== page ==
The Inverter charger DC power is sourced from a Terminal Fuse mounted on the positive busbar of the DCD board and the ground return connects to the negative busbar. The recommended fuse size will be determined by the inverter charger being used. Best practice will provide an Isolation Switch in the positive lead near the inverter charger if it is not located in the immediate vicinity of the main battery switch on the DCD board.
House Circuit Breaker Panel
Circuit breakers on this panel feed power to most DC consumer devices. When the main battery switch is turned off, power is removed from all circuits connected to it. House panel power is sourced from a fuse on the positive busbar.
Essential circuits are those that require power on a 24-hour a day basis irrespective of the main battery switch being turned on or off. To realise this, a section of the house panel can be powered directly from the battery via a fuse mounted on the battery side of the battery switch.
Solar power can also be considered an essential circuit so that solar battery charging can continue when the main battery switch is turned off. A master essential circuit breaker must be used to provide full battery isolation in case of an emergency.
A Solar Panel Controller is connected to the essential circuit system via a circuit breaker on the house panel. To meet electrical standards, a two-pole isolator is required between the solar panels and the controller. The controller should be mounted close to the DCD board.
An alternative arrangement is to connect the solar controller to the main power bus that is controlled by the battery switch. However, in this case, the battery switch would need to be left on for solar charging.
Vehicle Connection - DC to DC Charger
The vehicle alternator is used for charging the house battery. As the relative cable length between the engine and house battery is relatively short, a direct connection can be made with a minimal voltage drop when a larger cable size is used. A 285 Series Circuit Breaker is used for the connection to the vehicle starter battery and a relay that is energised by the ignition circuit allows power to pass when the engine is running. The vehicle chassis earth can be used for the negative power connection.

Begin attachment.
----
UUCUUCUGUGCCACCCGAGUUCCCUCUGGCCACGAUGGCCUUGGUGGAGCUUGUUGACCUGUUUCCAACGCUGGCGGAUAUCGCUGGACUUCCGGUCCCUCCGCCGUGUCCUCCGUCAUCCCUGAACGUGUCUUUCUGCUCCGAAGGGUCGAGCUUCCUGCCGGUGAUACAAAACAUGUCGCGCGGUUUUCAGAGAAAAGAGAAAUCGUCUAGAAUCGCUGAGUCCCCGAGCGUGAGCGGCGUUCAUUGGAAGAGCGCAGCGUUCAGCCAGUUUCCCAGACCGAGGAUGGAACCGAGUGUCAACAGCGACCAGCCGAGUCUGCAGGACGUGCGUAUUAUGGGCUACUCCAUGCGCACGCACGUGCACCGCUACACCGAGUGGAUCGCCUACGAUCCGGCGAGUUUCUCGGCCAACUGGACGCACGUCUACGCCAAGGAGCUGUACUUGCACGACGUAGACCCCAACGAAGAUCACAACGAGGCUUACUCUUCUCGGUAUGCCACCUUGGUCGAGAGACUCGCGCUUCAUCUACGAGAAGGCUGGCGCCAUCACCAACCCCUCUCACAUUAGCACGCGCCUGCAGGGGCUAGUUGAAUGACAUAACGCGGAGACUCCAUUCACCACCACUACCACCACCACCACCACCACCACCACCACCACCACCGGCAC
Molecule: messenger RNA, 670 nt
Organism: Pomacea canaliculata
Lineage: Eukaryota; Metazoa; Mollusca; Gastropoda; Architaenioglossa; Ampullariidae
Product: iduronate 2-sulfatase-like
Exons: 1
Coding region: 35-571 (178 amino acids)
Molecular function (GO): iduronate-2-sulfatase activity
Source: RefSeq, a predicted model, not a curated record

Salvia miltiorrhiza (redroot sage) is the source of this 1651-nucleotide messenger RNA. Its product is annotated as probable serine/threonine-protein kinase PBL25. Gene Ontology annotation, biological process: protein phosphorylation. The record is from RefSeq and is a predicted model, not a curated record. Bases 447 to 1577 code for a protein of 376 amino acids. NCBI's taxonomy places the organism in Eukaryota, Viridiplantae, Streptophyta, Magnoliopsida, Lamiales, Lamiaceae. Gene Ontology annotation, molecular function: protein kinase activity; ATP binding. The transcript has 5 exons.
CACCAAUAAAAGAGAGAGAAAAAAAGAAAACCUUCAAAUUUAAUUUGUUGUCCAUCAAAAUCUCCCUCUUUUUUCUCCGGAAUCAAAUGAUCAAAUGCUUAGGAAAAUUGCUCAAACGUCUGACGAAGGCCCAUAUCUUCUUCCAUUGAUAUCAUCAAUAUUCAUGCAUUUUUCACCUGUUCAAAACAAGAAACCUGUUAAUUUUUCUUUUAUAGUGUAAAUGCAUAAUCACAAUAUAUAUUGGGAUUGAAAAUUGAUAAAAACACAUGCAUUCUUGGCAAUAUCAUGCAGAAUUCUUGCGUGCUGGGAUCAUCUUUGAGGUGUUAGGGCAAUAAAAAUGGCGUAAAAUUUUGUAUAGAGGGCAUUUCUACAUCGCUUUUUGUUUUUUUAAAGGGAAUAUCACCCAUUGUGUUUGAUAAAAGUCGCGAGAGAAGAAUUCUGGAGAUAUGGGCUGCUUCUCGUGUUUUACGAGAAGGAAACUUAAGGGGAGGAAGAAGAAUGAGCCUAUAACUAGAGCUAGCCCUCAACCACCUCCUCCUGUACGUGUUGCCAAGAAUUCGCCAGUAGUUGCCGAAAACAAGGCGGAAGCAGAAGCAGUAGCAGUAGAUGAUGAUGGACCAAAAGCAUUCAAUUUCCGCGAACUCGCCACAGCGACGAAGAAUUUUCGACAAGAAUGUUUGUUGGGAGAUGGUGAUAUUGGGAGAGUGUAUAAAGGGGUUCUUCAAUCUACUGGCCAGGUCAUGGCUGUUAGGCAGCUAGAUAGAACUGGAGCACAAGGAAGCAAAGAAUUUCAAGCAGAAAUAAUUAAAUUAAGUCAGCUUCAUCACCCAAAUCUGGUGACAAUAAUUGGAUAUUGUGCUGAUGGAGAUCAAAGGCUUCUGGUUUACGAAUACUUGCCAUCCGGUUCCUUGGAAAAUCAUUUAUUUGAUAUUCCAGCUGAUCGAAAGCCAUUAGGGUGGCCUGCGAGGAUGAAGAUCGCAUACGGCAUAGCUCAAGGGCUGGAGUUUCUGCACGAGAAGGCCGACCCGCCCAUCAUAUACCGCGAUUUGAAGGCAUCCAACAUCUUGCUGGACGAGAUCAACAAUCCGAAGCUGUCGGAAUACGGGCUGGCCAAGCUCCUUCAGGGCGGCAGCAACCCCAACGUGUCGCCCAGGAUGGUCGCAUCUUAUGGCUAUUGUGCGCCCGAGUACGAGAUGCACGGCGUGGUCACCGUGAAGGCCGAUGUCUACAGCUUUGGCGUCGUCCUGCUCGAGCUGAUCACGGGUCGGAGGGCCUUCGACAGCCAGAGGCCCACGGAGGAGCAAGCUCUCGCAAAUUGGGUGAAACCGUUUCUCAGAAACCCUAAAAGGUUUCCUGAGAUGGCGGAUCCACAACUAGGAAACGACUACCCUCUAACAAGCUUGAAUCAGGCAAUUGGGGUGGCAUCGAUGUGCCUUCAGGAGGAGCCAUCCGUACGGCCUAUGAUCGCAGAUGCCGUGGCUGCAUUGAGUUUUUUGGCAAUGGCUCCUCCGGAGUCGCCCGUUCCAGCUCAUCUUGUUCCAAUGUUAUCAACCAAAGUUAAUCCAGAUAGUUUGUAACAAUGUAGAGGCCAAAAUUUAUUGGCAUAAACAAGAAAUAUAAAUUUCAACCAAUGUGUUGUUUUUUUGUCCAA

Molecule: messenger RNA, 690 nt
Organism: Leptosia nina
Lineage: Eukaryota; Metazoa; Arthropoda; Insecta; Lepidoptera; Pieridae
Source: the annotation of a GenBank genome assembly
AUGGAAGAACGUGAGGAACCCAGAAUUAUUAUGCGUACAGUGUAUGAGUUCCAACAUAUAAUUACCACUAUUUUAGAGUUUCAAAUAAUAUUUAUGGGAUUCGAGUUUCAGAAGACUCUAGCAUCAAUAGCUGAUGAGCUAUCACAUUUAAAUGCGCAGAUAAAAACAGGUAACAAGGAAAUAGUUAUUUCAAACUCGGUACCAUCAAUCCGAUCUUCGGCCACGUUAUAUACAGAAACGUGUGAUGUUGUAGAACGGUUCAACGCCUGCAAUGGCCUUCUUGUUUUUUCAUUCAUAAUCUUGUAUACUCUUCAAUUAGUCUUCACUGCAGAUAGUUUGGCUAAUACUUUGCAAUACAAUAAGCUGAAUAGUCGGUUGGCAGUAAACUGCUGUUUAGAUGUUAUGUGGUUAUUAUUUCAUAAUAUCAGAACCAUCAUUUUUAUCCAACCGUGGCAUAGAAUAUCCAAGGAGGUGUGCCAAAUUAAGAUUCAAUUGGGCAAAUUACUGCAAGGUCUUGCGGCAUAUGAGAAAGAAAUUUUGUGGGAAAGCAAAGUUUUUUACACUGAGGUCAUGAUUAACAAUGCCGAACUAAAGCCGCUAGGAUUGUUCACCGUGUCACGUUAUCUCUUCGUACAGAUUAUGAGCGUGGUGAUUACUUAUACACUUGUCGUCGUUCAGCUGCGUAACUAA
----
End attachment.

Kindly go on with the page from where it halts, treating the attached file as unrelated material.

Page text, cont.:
An Andersen Connector at the tow bar provides power to a trailer if used. Be sure to use a healthy cable size for the positive lead between the tow bar area and the engine start battery.
For vehicles that use a "smart" alternator, a DC-DC charger may be beneficial. The Victron Orion-Tr 12/12-18A is a good example. It has an adjustable output voltage that is suitable for AGM or lithium batteries and has a control input for the ignition circuit.
A parts list for an example system is listed below. Contact Outback marine for further guidance. We also offer a full schematic and consulting service at a time and materials rate if you require detail guidance.
|1200 VA System
|House Battery Bank (340-AH)
|Victron 12V/170Ah AGM Super Cycle Battery
|Victron Battery Monitor BMV-712 with Bluetooth
|DC Distribution Board
|DCDM2 DC Distribution Board
|Victron Phoenix 1,600 VA Smart Inverter
|Blue Sea Switch Battery M ON/OFF w/Knob
|Inverter Fuse (200-amp)
|Blue Sea Fuse Terminal 200-amp
|Victron Phoenix IP43 Smart Charger (30-amp)
|Battery Charger Fuse (50-amp)
|Blue Sea Terminal Fuse 50-amp
|House Circuit Breaker Panel
|Custom to order
|House Panel Fuse (50-amp)
|Blue Sea Fuse Terminal 50A
|Trina 275-watt Panel
|Solar Panel Controller
|Victron SmartSolar MPPT 75/15
|Solar Panel Isolator
|16A 350V DC Circuit Breaker (2 poles)
|Essential Circuits Fuse
|Blue Sea Fuse Terminal 50A
|Engine Circuit Breaker
|285 Series Circuit Breaker
|DC to DC Charger
|Victron Orion-TR 12/12-18A
|DC-DC Charger Fuse
|Blue Sea Fuse Terminal 50A
On-chassis electrical system design suitable for 4WD and Canopy Applications
- Rugged busbar based system with terminal fuses
- 300 amp current rating
- Optional DC-DC charging or direct relay charging